Fellowship: Epilepsy and Clinical Neurophysiology
Current Job Title: Neurology/Neuroimaging/Neurophysiology In Private Practice
What is your fondest memory of your time at McGovern Medical School?
Starting our clinical rotations in 3rd year is a great memory. It was both exciting and anxiety-provoking as it was all uncharted territory. My first rotation was on the trauma surgery service with Dr. Duke. I remember showering at 3:30 a.m. to get to the hospital to pre-round on the patients and wondering ‘who does this?’ Then I got to work in the trauma room and was hooked. That year allowed all of us to discover things about ourselves we may not have known. It was fun to see all the different elements of personalities emerge when we were finally out of the classroom.
What are your hopes for today’s McGovern Medical School students?
I hope they realize that medicine is a profession, a calling, and not just a job. We do a great deal more that the art and science of medicine. We are supposed to be advocates for our patients and the health of our communities. The current environment in healthcare seems to have put regulatory burdens first and the physician-patient relationship last. I hope they will remain optimistic about their role in their patients’ lives and regain this precious relationship. Medicine requires so much personal sacrifice to obtain the knowledge and experience to help people, and I hope they will know it’s totally worth it. And finally, I hope they will retain the compassion for helping and healing with which they entered medical school.
What inspires you?
Acts of kindness. Fearlessness. Nature. Knowledge. Space.
Who is your mentor?
I’ve had many mentors and teachers in this journey. Without even knowing it was happening, I suppose my first mentor was my maternal grandfather. He was the doctor in a tiny town in India, and my first impressions of being a doctor came from watching him. My father, with whom I have worked for 20 years, and is also a neurologist has been a great example and teacher. My interest in neuroimaging was guided by Dr. Jack Greenberg. Dr. Terry Satterwhite’s wisdom and friendship was invaluable in circumnavigating a start in private practice in the Texas Medical Center.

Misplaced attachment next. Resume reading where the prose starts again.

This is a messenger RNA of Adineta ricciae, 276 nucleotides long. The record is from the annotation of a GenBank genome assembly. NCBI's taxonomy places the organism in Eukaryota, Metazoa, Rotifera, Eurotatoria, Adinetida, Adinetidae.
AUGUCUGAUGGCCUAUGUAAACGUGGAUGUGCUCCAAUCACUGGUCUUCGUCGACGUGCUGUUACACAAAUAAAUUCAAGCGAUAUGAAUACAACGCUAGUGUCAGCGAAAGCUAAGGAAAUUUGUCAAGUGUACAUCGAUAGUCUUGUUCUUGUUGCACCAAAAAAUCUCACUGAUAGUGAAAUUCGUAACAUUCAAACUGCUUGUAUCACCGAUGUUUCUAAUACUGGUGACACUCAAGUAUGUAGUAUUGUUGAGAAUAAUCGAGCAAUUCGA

What’s a day on the job like?
I see patients all morning until about 12:30. I take a small break for a light lunch. I return some calls and finish charts. Then I see patients in the afternoon until about 5:30. There’s usually a few EMGs in the mix as well. I make calls, read MRIs and finish up. I do procedures on Friday mornings-spinal taps, BoTox, etc. Each day is structured the same, but I never know what I’m going to get. It’s always a surprise.
What skill is most vital to your job?
Being approachable and relating to my patients, so they feel comfortable and can tell their story with all the details attached. The history is usually where the answer is, so I can’t help them if they don’t’ help me.
What music is on your iPod/iPhone?
The Eagles, Beck, Beyonce, Paco de Lucia
Who would you most like to meet (alive or deceased) and why?
Leonardo da Vinci—he is the quintessential renaissance man. He harmoniously blended art, science and an unending quest for knowledge.
Elizabeth I—she ruled an empire and loved theater, literature and pirates.
What has been your greatest adventure?
Reuniting with and marrying my husband 30 years after we met. That’s an adventure.
What is your favorite word?
At this moment, I like SERENDIPITY